Just in time for the 290x release. I have been a loyal reader of toms since the 90s and rarely do you see an article simply outlining design. Titan is good yes, worth 1300aud not a chance. Employ a massive die size and you get low yield and less chips per wafer thus we poor saps pay 1300 for a card... to me the 7970 is more elegant smaller die cost effective and affordable, frame pacing is an issue but one that amd to their credit are and have addressed. Mantle api could be the wind in the sails they have needed to push them forward.
  • -3 Hide
    emad_ramlawi , October 1, 2013 2:11 AM
    Oh i forgot one thing, if Toms Hardware have free time and web-space to write main article about Nvidia old flagship, where is the Toms Hardware featured article about AMD14 GPU coverage ?
  • 6 Hide
    m32 , October 1, 2013 3:01 AM
    I can't believe I enjoyed an Nvidia article......but great article!!!
  • -2 Hide
    realibrad , October 1, 2013 6:11 AM
    @ Chris Angelini
    I'm not sure why you say that Nvidia gambled on the 680 104 to the 7970 Tahiti. The 680 was launched 3 months after the 7970. Benchmarks were being seen well before launch, and I'm sure that Nvidia knew full well how its cards stacked up against the Tahiti cards. Did someone at Nvidia tell you that they gambled on the GK 104, because if not that is a pretty large speculation on your part.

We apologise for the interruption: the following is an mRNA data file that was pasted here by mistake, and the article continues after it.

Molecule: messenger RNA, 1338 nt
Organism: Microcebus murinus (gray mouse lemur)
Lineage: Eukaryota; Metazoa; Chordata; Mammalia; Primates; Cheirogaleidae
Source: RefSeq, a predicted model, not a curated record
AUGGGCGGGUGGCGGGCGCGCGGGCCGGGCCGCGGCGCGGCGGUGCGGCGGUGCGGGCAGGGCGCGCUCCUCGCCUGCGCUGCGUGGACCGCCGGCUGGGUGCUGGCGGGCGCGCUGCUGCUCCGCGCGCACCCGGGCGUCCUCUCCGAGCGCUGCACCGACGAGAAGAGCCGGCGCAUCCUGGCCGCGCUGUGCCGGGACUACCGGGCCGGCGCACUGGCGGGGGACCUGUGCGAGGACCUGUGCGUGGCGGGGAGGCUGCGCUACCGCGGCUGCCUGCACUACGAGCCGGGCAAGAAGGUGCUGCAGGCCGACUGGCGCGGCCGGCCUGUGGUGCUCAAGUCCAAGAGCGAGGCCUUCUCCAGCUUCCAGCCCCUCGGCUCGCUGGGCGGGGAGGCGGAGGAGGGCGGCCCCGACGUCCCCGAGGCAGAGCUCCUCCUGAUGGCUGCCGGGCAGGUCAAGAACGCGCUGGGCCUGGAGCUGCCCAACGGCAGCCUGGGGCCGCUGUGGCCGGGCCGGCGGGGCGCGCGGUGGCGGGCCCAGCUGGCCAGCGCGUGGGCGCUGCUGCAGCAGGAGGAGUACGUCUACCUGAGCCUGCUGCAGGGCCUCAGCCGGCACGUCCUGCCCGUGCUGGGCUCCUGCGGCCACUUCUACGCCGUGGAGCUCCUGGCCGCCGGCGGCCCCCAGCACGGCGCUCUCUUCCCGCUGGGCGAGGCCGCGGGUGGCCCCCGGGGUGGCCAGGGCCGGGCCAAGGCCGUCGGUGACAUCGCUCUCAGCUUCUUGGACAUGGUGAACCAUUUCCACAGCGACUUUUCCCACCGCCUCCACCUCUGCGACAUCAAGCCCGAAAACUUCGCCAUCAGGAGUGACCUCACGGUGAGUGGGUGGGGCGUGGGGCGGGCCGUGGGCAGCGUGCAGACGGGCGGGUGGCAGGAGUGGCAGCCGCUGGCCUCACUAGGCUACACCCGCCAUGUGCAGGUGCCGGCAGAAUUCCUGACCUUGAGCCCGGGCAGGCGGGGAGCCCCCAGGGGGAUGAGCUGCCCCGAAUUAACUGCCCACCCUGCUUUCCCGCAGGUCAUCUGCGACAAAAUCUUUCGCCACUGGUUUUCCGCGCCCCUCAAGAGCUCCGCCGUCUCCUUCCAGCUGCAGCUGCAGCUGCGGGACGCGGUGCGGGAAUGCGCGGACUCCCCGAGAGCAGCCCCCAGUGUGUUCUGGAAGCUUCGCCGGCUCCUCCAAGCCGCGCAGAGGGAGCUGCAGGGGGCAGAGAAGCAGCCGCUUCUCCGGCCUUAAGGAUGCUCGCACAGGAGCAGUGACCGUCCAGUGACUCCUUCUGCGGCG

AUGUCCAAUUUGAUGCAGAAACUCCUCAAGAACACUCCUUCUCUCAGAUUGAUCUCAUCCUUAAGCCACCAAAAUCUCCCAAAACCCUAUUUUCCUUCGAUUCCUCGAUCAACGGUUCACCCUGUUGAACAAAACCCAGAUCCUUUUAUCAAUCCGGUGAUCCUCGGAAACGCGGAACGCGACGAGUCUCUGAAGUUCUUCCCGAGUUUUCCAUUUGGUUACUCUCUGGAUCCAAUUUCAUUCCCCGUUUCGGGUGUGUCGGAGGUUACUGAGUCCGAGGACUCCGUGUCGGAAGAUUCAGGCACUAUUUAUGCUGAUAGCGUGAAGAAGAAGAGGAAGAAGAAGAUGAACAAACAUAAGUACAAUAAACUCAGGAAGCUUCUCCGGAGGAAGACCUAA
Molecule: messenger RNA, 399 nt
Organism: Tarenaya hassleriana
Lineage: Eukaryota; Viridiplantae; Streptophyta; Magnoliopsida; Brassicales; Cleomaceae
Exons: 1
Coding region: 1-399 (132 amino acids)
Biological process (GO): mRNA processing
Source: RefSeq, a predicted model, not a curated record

Working for TH, I'm sure you get a pretty good idea about the power of a card well before its "launched." Nvidia launched its cards 3 months after Tahiti and in that time realized they had beat AMD's high end chip with their GK 104 chip, and GK 110 was not needed as a launch card.
  • -9 Hide
    bloodroses75 , October 1, 2013 6:18 AM
    This cards remind me of a Delorean. Beautiful metal bodies. Internals that won't last more than 2 years without dying. I really wish Nvidia would spend more time on reliability than looks.
  • 5 Hide
    internetlad , October 1, 2013 7:24 AM
    The Story Of How GeForce GTX 690 And Titan Came To Be

    Some guys with money wanted more money, so they paid some guys with brains to build some fancy ass video cards. The guys with money then sold the fancy ass video cards to people who wanted to use them.

    The End.